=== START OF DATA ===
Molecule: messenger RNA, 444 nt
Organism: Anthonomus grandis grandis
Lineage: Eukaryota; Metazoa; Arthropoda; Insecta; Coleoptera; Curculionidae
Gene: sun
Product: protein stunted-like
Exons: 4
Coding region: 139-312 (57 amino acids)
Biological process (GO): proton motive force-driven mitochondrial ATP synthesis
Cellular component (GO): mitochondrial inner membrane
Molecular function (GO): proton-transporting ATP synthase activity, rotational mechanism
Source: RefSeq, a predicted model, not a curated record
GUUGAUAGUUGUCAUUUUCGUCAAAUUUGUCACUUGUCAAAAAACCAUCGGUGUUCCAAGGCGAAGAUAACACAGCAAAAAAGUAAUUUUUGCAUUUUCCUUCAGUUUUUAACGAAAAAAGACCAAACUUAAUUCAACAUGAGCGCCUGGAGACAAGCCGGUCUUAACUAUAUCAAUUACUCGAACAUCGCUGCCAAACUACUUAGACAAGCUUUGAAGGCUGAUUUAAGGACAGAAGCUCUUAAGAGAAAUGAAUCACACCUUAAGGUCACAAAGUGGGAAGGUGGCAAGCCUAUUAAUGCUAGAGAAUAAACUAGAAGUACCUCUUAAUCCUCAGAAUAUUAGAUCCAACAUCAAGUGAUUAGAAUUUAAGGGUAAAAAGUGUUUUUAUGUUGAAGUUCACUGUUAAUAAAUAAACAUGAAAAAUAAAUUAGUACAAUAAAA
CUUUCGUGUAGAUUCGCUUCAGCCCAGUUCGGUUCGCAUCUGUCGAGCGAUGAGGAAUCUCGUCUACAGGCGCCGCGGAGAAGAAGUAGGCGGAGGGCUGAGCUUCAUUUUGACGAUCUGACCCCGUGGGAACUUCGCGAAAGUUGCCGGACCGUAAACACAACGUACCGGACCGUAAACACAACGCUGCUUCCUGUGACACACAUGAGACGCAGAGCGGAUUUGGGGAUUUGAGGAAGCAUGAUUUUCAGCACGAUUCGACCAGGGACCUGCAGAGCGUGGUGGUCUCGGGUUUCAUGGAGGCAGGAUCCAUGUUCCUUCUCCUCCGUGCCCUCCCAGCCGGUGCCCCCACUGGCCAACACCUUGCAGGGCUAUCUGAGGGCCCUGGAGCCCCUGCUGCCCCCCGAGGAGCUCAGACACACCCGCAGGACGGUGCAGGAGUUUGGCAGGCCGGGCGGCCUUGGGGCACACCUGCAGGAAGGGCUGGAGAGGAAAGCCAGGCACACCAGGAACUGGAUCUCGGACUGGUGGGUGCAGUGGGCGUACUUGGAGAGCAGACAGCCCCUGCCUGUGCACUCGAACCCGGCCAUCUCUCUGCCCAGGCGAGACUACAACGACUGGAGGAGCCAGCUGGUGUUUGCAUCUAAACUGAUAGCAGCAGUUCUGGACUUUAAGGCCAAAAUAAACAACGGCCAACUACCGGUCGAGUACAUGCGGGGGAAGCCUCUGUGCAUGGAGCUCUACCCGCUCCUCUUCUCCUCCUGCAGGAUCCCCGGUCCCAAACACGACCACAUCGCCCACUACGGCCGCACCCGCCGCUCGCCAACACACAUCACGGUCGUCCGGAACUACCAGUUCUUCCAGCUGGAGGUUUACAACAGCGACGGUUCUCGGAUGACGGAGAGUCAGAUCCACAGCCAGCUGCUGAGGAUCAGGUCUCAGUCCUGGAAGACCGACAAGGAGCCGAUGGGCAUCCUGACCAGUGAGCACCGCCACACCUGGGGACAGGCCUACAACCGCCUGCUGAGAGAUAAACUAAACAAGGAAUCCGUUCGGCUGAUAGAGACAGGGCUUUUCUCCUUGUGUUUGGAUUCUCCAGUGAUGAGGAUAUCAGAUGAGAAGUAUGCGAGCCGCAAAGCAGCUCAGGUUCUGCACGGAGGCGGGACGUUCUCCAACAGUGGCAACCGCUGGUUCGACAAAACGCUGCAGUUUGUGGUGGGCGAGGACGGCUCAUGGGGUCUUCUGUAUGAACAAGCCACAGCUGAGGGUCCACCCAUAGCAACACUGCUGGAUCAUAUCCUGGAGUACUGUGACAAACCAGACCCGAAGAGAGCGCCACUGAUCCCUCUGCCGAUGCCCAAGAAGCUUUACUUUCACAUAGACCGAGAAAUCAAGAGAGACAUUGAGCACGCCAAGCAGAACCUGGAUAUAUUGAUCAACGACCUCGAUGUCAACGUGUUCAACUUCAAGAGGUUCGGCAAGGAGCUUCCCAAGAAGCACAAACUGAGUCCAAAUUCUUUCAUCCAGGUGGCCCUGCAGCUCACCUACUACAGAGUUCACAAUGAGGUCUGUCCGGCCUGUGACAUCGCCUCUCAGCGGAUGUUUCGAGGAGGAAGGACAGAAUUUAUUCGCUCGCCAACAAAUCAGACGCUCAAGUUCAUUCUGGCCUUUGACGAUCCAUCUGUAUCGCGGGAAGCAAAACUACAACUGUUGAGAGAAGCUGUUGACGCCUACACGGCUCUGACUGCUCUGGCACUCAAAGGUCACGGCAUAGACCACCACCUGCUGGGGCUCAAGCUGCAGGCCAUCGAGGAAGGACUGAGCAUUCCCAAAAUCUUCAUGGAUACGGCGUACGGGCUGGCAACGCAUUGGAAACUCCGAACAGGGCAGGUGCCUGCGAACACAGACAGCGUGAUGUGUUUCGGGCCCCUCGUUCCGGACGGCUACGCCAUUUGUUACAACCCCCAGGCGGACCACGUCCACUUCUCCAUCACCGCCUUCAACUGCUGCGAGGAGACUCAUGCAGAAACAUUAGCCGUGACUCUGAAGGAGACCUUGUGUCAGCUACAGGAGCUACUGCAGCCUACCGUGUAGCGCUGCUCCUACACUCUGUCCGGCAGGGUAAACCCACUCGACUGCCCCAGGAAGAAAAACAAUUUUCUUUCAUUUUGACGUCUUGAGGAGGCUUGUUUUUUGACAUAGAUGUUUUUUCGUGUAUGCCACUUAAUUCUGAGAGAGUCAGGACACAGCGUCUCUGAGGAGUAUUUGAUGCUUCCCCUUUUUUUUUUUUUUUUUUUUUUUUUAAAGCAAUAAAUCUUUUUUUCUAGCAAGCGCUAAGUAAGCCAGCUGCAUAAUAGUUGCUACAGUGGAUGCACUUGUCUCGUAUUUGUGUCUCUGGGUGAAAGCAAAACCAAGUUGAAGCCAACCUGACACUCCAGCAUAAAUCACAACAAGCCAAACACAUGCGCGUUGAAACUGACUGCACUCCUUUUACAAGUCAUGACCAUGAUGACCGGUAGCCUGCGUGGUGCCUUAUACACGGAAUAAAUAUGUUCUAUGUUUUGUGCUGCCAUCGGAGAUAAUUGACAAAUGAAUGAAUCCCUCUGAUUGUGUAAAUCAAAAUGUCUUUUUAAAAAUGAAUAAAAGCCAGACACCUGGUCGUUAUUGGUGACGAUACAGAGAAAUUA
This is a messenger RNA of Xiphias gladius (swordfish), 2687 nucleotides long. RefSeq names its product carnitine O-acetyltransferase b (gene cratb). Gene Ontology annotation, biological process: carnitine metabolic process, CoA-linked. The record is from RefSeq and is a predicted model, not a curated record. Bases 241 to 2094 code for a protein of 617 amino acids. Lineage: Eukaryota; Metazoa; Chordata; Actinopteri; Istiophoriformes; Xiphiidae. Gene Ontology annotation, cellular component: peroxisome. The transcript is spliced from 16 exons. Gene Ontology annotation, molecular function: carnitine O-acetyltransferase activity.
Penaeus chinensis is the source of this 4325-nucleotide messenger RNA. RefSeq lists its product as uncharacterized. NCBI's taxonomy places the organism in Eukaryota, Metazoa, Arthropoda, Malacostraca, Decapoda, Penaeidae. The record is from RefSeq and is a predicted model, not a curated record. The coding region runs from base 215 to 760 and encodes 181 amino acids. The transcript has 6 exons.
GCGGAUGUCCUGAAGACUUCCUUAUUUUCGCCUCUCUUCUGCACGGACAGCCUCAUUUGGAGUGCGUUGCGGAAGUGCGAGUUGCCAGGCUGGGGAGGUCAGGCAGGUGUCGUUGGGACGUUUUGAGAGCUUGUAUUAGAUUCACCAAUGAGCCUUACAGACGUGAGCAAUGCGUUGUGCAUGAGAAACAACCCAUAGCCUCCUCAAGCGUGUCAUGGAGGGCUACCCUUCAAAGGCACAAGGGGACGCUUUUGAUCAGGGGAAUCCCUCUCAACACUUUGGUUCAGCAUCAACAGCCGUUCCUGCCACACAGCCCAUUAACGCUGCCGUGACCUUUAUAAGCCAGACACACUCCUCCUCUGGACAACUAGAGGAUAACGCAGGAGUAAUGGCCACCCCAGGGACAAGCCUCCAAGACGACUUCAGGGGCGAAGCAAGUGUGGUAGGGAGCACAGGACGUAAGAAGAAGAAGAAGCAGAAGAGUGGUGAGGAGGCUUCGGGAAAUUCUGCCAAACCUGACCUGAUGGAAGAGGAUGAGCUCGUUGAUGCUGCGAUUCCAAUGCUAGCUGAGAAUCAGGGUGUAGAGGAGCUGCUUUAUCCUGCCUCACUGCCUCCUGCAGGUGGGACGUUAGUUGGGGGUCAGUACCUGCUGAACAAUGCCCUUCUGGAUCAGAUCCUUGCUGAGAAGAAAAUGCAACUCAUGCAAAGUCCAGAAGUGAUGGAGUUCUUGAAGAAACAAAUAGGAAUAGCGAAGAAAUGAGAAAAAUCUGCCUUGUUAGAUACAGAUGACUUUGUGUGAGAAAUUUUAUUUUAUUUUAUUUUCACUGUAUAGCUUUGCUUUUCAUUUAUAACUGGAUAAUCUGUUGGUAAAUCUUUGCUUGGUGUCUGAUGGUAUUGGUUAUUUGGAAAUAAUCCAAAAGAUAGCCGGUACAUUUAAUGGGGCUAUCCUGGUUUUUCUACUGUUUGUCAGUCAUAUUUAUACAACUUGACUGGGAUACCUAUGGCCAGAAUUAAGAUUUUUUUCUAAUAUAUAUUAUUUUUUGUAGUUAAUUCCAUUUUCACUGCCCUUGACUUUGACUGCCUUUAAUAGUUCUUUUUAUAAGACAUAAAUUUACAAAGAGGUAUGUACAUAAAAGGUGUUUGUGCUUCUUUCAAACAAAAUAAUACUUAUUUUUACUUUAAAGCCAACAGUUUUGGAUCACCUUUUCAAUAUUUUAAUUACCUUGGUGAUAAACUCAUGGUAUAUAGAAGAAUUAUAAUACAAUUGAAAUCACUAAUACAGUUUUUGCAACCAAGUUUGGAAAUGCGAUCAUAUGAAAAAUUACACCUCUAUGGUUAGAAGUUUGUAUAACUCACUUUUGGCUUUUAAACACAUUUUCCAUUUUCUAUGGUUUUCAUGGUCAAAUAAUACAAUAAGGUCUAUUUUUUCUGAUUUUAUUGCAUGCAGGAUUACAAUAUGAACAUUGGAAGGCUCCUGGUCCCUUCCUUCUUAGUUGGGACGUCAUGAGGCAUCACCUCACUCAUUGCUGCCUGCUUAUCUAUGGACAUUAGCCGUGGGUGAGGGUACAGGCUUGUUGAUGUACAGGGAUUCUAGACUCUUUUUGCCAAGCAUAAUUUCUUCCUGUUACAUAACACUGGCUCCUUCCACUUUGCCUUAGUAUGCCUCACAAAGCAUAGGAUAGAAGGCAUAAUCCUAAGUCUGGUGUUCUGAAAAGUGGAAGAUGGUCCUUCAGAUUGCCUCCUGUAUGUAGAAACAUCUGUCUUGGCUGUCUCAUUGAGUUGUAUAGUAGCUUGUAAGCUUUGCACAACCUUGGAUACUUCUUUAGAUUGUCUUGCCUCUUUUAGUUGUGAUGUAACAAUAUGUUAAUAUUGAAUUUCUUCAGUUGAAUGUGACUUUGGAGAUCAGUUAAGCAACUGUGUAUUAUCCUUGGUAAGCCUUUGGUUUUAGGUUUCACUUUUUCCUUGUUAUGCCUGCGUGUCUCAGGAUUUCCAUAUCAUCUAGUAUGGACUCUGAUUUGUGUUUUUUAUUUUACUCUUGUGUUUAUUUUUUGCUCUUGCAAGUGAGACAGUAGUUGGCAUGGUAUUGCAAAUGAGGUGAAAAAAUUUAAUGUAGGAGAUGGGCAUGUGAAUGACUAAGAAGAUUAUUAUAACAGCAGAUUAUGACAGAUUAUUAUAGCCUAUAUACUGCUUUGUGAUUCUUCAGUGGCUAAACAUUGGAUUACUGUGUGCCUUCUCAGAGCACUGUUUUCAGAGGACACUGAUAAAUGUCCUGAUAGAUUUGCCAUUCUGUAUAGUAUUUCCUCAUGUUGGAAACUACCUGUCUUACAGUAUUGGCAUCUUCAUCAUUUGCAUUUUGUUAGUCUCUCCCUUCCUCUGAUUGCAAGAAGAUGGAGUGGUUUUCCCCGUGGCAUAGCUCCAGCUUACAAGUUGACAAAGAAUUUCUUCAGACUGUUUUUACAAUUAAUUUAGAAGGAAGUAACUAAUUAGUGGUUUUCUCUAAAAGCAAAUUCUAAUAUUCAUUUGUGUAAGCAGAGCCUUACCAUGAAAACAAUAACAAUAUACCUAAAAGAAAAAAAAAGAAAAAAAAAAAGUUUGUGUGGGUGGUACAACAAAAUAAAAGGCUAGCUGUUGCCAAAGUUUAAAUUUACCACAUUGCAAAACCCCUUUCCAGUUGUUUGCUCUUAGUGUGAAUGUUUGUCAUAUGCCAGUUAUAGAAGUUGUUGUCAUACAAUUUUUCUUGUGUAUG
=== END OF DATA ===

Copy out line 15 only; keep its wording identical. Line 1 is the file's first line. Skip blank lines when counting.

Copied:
Penaeus chinensis is the source of this 4325-nucleotide messenger RNA. RefSeq lists its product as uncharacterized. NCBI's taxonomy places the organism in Eukaryota, Metazoa, Arthropoda, Malacostraca, Decapoda, Penaeidae. The record is from RefSeq and is a predicted model, not a curated record. The coding region runs from base 215 to 760 and encodes 181 amino acids. The transcript has 6 exons.